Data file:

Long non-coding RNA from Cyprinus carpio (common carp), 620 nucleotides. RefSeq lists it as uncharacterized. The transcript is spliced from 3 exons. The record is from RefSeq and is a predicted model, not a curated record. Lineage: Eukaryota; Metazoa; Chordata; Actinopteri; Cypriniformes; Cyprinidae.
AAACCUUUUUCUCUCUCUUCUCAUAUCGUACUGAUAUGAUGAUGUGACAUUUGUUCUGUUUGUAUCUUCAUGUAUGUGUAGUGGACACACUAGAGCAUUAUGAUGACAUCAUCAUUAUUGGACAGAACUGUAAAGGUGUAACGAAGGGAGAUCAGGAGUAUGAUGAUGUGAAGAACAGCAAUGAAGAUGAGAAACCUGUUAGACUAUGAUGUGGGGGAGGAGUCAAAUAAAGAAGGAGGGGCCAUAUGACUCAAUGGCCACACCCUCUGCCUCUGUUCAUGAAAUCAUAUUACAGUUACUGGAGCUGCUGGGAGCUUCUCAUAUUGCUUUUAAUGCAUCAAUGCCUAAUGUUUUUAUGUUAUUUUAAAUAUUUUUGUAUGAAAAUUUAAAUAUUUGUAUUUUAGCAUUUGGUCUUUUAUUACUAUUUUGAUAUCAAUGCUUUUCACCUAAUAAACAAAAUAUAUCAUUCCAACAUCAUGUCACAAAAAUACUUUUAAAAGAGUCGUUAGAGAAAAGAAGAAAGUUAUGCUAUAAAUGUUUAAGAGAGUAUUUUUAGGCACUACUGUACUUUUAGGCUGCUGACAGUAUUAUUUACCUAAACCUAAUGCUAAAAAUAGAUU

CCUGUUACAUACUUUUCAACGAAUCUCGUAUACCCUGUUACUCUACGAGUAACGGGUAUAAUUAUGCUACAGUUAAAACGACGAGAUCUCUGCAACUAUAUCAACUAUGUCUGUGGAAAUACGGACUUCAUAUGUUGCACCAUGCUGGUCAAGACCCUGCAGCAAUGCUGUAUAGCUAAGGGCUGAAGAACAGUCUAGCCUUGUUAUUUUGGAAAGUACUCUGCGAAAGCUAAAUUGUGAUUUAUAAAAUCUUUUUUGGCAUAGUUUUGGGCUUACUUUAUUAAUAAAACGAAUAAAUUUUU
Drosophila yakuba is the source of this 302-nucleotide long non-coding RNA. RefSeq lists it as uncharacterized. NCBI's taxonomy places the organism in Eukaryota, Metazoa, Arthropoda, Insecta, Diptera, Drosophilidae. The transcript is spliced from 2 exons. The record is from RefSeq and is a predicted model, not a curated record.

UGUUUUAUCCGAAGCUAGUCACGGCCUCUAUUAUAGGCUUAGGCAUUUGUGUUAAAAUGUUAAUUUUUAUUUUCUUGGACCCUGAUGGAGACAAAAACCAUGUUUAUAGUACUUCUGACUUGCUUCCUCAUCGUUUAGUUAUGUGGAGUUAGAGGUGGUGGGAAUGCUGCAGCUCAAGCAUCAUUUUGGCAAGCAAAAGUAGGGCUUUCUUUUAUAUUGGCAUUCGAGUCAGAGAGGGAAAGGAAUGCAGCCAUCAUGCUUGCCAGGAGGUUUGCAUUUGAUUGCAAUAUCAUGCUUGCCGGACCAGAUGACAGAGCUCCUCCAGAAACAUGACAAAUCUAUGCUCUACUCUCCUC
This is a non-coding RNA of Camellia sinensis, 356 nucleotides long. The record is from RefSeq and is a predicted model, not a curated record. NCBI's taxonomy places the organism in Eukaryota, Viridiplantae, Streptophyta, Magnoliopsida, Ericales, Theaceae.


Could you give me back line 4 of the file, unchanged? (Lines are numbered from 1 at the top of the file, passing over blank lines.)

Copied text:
Drosophila yakuba is the source of this 302-nucleotide long non-coding RNA. RefSeq lists it as uncharacterized. NCBI's taxonomy places the organism in Eukaryota, Metazoa, Arthropoda, Insecta, Diptera, Drosophilidae. The transcript is spliced from 2 exons. The record is from RefSeq and is a predicted model, not a curated record.